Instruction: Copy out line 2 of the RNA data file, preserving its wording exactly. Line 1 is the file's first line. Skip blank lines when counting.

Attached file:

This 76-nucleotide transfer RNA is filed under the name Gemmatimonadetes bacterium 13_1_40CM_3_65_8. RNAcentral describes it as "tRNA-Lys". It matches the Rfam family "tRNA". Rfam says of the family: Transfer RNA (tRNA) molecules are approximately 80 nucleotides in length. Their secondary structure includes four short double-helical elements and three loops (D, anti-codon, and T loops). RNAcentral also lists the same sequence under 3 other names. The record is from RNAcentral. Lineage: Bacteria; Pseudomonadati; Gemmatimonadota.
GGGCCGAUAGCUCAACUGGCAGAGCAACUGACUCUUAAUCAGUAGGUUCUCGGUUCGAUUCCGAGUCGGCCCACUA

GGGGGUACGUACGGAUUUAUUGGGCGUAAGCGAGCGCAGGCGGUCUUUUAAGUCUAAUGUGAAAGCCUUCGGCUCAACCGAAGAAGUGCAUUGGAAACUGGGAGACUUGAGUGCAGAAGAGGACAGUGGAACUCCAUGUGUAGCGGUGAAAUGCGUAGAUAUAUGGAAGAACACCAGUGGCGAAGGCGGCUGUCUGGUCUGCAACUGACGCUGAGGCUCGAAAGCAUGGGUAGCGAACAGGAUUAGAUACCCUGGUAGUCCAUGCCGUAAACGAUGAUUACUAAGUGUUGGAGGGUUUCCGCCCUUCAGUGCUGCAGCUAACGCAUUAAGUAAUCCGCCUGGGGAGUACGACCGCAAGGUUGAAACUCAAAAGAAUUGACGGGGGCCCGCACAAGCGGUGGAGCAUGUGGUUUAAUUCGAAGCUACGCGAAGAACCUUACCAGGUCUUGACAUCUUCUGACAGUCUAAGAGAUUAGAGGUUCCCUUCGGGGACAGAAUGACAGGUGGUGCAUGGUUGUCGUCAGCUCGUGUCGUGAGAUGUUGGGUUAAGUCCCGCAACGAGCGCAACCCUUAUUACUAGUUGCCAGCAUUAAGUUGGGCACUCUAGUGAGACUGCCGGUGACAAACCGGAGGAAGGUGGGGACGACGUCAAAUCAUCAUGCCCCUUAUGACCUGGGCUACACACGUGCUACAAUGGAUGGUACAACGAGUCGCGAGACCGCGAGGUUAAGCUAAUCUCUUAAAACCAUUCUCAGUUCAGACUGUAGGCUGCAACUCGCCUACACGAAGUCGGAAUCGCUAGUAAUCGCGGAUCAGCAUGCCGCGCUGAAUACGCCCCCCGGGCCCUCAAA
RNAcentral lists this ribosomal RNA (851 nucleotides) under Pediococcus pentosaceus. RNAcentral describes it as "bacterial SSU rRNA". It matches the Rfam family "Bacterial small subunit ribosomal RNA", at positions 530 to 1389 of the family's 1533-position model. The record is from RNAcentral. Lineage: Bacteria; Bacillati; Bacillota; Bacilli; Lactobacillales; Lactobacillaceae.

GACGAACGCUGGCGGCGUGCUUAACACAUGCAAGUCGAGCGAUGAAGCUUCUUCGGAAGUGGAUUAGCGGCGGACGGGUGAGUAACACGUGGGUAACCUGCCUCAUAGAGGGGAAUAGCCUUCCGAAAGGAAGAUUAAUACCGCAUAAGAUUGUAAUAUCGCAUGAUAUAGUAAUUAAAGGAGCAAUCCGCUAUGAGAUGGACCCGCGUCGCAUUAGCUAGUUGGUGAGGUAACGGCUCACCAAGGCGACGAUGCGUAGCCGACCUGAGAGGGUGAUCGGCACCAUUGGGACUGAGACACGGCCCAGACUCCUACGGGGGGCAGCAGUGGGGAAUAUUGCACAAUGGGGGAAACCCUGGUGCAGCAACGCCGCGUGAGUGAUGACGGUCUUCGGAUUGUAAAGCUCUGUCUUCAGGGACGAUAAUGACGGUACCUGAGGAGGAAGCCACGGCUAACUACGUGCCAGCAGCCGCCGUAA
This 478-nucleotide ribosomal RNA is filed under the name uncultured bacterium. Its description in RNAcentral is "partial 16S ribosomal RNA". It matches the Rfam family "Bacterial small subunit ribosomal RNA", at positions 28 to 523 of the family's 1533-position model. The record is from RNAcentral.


GGGCCGAUAGCUCAACUGGCAGAGCAACUGACUCUUAAUCAGUAGGUUCUCGGUUCGAUUCCGAGUCGGCCCACUA